As shown in FIG. 1, a patient 21 is lying on the imperforate vinyl sheet 18. His right leg, as shown, is attached as by a pin 22 to a cord 23, passing over a pulley 24. The cord 23 terminates in a platform 25 to which there may be applied one or more of the weights 26 to apply the desired degree of traction to the right leg. If the patient were supported on a normal hospital bed, the degree of traction would be limited to that amount which would not cause the patient to be moved along the bed in the direction of application of the tensional forces. In accordance with the present invention, a much higher traction-al force can be applied without causing the patient to slide along the supporting sheet 18, as will soon be explained.
A control system has been diagrammatically illustrated in FIG. 1 with the parts in position corresponding to the beginning of a cycle, i.e., with line switch 30 closed. Thus the motor 17 drives the fan 16 to fluidize the bed. It has been found that the granular material 14 will take on the characteristics of a fluid of high specific gravity when the pressure within pipe 15 rises to within the range of between 18 inches of water and 21 inches of water, (corresponding respectively with pressures of 0.65 pounds per square inch and 0.76 pounds per square inch gauge). The pressure within pipe 15 is measured by conventional means such as a manometer or pressure gauge 31 which closes contacts 32 when a selected pressure is attained. That pressure within the foregoing range will be selected in terms of the weight of the patient and will be high enough to assure that degree of fluidization which will to a slight degree, about 1 to linch, float the patient. This is adequate for the reformation of the contour support to relieve pressure points and to permit some change of position.
With the fluidization, the granular material moves the vinyl sheet 18 upwardly about the patients body throughout the length and breadth thereof and forms the supporting surface precisely contoured to the body. It is, in effect, three-dimensional since it has length, width and depth. As fluidization terminates, the granular material is closely compacted to form a relatively rigid patient-restraining three-dimensional support of great value in treating patients where body constraint is essential to treatment or convalescence from surgical or other medical procedures.
When contacts 32 close, a relay 34 is energized from the source of supply to open the energizing circuit of the motor 17, which it will be observed includes the contacts 35 of a timer 36. The motor and fan 16 slow down, the pressure falls and the contacts 32 open. This occurs in a few seconds, a time interval long enough for the granular material to re-shape itself and as a relatively rigid mass (absent fluidization) form the contoured supporting surface coextensive with the backside of the patient from head to foot.
Though not critical, experience has shown that the reforming of the contoured support should take place every 8 to 10 minutes. To this end, the timer motor of timer 36 through suitable gearing opens its contacts after each cycle of operation of the motor 17 and maintains them open for the selected time of about 8 to 10 minutes. The time required to fluidize the mass 14 is relatively short. Because the on-time of motor 17 is very short relative to its off-time, there is realized real economy in the operation.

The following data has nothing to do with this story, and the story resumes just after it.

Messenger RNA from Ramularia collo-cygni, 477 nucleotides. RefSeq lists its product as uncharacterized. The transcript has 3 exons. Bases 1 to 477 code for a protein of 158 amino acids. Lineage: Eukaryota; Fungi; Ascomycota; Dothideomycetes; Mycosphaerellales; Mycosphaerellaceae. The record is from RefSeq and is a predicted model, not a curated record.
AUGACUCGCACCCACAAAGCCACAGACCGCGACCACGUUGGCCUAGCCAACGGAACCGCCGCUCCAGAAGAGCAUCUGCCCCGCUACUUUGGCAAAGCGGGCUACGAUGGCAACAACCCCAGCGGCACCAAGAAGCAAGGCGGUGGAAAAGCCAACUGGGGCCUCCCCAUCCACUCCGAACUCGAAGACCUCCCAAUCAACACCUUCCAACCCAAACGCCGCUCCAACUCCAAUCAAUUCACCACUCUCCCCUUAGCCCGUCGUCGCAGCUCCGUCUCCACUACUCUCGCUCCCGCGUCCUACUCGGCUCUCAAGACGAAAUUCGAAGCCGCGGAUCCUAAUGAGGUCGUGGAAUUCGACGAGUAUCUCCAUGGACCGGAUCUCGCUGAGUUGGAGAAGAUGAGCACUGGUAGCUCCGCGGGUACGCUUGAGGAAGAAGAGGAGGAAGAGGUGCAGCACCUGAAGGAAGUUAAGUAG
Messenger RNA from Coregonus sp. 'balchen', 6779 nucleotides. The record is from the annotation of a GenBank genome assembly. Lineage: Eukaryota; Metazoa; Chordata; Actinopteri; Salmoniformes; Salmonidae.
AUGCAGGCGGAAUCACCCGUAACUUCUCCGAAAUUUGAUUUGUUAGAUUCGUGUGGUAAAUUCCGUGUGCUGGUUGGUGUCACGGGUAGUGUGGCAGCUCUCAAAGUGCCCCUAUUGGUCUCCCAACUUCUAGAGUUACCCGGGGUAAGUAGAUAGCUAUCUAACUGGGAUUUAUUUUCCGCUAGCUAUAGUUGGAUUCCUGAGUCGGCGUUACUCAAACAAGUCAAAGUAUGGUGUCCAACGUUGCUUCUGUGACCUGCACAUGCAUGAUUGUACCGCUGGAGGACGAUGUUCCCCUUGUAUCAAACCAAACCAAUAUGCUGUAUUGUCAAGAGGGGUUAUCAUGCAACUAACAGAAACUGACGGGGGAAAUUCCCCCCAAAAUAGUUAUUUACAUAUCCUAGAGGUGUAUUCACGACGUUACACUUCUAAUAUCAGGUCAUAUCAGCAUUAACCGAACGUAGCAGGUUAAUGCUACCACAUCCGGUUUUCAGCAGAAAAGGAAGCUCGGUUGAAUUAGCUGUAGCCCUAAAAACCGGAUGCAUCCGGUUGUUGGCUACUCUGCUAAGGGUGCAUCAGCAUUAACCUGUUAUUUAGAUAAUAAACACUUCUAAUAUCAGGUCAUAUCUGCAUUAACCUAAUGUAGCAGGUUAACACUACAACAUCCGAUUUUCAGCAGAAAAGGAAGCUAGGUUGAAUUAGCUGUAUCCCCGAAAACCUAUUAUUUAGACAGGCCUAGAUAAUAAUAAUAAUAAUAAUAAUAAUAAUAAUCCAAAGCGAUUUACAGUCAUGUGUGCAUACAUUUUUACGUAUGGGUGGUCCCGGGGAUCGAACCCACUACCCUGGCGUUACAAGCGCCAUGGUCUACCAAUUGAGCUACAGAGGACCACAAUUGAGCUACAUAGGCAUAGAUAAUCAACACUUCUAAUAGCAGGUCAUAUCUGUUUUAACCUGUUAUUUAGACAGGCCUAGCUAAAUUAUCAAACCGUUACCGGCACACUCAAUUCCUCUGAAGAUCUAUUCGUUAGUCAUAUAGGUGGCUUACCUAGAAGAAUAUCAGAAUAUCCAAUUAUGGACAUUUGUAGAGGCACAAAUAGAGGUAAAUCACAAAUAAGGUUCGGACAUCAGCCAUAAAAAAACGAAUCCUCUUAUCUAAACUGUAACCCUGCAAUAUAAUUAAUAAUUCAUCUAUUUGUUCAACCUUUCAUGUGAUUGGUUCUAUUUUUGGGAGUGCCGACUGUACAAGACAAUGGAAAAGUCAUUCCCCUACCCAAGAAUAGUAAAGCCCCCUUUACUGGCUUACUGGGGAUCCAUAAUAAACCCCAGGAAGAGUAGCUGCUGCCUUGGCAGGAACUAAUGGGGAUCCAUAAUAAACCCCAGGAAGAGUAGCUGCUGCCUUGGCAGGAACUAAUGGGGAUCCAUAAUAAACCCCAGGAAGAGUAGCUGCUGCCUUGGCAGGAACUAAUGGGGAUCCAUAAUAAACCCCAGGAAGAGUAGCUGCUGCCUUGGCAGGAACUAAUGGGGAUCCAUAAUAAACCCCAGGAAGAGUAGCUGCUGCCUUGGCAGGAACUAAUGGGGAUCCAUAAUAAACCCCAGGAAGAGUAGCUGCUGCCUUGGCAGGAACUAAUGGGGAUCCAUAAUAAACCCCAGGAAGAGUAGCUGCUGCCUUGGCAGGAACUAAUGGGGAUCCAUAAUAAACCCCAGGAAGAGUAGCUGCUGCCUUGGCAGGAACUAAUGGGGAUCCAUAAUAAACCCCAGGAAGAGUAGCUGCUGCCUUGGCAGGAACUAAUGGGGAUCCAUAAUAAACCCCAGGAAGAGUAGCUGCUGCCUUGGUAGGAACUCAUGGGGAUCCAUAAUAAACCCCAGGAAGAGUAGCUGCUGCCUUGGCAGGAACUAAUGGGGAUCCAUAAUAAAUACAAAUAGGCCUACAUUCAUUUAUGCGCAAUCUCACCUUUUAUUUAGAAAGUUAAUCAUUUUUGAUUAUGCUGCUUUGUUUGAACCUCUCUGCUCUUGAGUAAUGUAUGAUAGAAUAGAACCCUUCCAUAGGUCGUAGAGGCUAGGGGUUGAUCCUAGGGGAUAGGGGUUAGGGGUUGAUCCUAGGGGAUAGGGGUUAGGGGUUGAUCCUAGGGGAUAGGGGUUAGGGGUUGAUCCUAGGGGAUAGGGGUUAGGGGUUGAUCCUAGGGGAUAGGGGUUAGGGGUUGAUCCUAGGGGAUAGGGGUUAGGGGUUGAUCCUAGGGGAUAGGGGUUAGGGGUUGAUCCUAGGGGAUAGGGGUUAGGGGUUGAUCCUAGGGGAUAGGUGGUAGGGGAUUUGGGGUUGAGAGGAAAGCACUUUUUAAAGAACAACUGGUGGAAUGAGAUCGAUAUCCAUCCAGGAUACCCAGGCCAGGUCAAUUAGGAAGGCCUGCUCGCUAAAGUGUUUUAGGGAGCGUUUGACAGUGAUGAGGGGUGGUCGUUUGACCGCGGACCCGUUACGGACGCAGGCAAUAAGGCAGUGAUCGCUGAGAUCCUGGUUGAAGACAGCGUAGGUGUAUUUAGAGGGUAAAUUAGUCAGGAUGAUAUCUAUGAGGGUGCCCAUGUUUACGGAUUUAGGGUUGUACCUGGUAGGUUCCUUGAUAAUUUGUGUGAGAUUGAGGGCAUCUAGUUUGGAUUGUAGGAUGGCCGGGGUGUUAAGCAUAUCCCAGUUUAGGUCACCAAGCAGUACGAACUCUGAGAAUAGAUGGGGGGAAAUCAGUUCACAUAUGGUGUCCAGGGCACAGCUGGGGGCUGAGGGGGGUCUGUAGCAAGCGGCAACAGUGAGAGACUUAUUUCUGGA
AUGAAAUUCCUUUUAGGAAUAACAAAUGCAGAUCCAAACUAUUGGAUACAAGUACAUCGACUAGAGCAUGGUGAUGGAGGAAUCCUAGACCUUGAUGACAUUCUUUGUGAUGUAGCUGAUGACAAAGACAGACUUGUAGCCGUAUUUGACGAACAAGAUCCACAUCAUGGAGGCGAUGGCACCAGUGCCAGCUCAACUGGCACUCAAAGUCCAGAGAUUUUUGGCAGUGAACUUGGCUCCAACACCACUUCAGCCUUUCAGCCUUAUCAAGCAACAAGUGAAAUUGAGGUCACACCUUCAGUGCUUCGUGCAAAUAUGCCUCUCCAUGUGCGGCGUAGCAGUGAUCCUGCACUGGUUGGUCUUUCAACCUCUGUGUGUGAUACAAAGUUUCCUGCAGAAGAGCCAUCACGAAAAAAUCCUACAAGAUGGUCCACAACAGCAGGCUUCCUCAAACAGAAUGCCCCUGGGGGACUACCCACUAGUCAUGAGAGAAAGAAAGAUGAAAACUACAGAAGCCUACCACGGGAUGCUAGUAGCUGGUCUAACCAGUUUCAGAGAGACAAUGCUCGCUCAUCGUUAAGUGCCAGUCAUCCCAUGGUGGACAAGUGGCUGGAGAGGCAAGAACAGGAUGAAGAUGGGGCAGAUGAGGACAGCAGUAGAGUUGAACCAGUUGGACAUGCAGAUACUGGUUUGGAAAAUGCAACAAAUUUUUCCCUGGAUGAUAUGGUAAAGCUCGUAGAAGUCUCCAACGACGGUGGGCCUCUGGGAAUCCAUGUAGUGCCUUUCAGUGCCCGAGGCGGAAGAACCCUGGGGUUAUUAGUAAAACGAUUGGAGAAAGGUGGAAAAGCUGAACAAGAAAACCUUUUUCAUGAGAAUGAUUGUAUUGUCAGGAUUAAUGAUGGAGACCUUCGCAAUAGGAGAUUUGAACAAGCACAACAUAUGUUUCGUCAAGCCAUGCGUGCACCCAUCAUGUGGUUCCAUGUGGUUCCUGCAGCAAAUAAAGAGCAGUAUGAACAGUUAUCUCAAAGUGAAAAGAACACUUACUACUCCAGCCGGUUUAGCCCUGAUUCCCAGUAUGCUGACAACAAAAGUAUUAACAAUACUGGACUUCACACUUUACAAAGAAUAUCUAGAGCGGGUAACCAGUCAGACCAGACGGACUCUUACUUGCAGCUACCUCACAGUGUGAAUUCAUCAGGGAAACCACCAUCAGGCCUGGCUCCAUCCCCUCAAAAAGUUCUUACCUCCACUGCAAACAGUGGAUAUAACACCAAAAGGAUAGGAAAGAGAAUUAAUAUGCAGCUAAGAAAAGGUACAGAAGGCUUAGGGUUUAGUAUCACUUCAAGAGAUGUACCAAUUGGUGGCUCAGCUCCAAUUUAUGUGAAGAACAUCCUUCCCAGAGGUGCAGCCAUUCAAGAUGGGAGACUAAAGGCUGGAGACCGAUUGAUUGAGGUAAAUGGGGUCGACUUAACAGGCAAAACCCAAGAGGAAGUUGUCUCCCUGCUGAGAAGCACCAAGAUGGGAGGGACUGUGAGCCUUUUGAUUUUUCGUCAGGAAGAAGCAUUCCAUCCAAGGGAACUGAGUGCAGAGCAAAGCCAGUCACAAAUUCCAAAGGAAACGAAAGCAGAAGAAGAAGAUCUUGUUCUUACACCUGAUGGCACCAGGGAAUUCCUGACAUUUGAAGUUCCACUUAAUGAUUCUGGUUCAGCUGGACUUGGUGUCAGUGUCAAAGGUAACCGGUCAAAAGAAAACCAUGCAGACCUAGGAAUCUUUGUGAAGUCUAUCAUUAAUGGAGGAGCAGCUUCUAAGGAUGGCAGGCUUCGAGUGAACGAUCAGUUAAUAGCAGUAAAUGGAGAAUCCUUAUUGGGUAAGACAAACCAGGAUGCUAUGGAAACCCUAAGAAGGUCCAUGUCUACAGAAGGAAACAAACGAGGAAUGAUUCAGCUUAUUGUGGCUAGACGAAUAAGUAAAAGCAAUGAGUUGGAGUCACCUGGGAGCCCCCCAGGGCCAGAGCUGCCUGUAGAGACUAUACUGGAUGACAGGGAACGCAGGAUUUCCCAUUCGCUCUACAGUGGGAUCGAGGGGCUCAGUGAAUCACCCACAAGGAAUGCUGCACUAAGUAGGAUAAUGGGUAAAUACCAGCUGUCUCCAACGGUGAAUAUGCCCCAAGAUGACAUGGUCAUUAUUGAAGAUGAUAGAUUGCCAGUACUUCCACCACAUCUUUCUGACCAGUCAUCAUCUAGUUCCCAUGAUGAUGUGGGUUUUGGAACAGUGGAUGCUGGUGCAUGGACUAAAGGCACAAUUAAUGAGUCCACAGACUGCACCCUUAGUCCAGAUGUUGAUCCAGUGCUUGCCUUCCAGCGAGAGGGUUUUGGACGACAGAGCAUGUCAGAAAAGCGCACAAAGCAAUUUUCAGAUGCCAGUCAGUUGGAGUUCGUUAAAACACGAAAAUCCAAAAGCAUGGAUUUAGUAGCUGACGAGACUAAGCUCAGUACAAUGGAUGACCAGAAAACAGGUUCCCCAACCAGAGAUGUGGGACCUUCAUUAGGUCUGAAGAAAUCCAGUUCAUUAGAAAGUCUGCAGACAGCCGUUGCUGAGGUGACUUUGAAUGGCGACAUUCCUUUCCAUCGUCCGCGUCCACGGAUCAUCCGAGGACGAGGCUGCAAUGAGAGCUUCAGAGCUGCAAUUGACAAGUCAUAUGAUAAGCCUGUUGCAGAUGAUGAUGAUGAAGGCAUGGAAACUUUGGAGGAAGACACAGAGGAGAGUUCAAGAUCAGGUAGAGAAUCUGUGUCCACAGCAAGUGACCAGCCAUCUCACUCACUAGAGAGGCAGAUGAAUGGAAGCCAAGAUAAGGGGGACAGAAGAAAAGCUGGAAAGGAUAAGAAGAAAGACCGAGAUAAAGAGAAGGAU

For details of the choice of the granular material 14 and for other aspects of the present invention embodying features of said l-largest, et al. U.S. Pat. No. 3,428,973, reference is to be made to that patent, the disclosure of which is embodied herein by this reference thereto.
From the foregoing description, it will be seen that if a patient is healthy except for the disability of a portion of the body which requires immobilization as a whole, he is quite likely to wish to change position and may, in any event, endeavor to do so even if supported by a mold forming to the shape of his body, thus creating pressure points. In accordance with this invention, the patient is provided with a precisely contoured support which accommodates changed positions, contributing greatly to the comfort of the patient. When traction produces pain by use of normal equipment, it has been found that in accordance with this invention, much less pain if any, is experienced. The patient is more relaxed and pressure points are avoided. Healing is thus aided with greater comfort to the patient.
Referring again to FIG. 3, it is emphasized again that while the structural features of earlier U.S. Pat. No. 3,428,973 have, in part, been illustrated, nevertheless, in accorance with the present invention, the container 10' is about half the depth of the earlier invention notwithstanding there have been retained a grate 37 over which there is disposed the intermediate or sheet material 13. The granular material, while illustrated as a rectangular block 14, comprises a loose mass of such material, for example silicone-coated glass beads, in the range of 0.002 inch to 0.05 inch which are not coherent one to another, and which are fluidized by a passage therethrough of air. In accordance with the present invention, some forty-odd cubic feet per minute of air at 18 inches to 21 inches of water pressure per square inch can be used to fluidize the granular material 14 to achieve the repeated formation of the precisely contoured support for the patient. Above the mass of granular material is disposed the supporting sheet 18 which, as earlier stated, may be imperforate vinyl which may be readily washed and sterilized,
though it is to be understood that there can also be utilized the perforate covering disclosed in said Hargest, et al., patent. However, with the vinyl sheet, it becomes possible to utilize as well as interposed thin blanket for greater warmth and a softer feel to the body of the patient.